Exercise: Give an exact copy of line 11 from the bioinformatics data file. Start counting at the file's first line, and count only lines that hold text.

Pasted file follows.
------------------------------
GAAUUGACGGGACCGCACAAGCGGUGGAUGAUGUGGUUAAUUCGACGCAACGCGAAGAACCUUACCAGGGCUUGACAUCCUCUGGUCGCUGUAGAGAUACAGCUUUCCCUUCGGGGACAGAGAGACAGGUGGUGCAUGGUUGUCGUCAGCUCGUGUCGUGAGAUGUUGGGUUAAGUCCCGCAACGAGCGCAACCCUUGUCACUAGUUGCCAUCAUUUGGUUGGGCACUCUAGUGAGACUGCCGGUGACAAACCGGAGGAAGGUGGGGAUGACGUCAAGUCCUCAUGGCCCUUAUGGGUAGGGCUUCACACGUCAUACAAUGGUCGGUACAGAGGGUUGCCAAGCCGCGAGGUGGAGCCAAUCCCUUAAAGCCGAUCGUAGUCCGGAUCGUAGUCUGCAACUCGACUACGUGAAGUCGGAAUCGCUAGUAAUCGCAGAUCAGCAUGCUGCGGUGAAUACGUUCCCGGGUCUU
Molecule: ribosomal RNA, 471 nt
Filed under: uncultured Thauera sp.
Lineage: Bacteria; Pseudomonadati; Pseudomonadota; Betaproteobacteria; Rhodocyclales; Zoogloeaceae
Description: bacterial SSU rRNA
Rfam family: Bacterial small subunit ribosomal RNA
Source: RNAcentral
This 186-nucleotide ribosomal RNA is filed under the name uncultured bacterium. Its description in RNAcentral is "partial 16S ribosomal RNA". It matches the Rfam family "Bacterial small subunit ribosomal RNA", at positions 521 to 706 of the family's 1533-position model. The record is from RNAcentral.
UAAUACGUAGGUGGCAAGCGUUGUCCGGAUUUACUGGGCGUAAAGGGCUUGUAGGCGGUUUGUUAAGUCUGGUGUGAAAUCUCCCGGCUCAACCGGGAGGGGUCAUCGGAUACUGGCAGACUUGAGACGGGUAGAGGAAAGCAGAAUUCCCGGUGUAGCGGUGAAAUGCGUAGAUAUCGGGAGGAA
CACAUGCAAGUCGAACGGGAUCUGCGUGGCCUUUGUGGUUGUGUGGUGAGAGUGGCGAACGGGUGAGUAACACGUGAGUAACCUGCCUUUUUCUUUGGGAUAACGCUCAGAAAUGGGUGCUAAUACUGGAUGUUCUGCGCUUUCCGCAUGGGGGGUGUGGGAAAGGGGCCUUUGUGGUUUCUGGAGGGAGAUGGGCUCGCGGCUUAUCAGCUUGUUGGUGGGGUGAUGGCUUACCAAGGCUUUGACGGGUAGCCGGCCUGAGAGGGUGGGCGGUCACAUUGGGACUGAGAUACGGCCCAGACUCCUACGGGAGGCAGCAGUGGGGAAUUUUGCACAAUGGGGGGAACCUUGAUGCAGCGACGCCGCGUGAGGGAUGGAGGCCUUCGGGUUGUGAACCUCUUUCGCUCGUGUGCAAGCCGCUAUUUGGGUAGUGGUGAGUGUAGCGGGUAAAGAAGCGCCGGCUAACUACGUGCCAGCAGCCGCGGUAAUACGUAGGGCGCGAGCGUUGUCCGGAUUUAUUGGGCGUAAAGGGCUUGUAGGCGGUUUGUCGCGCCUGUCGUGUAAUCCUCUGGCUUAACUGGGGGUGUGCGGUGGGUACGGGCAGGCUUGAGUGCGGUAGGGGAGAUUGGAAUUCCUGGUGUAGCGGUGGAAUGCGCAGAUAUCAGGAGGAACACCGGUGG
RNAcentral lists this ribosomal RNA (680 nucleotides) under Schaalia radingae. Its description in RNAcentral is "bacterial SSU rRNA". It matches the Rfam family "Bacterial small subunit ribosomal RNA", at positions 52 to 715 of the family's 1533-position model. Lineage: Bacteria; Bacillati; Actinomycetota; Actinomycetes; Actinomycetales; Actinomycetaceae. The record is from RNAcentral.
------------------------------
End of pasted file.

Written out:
RNAcentral lists this ribosomal RNA (680 nucleotides) under Schaalia radingae. Its description in RNAcentral is "bacterial SSU rRNA". It matches the Rfam family "Bacterial small subunit ribosomal RNA", at positions 52 to 715 of the family's 1533-position model. Lineage: Bacteria; Bacillati; Actinomycetota; Actinomycetes; Actinomycetales; Actinomycetaceae. The record is from RNAcentral.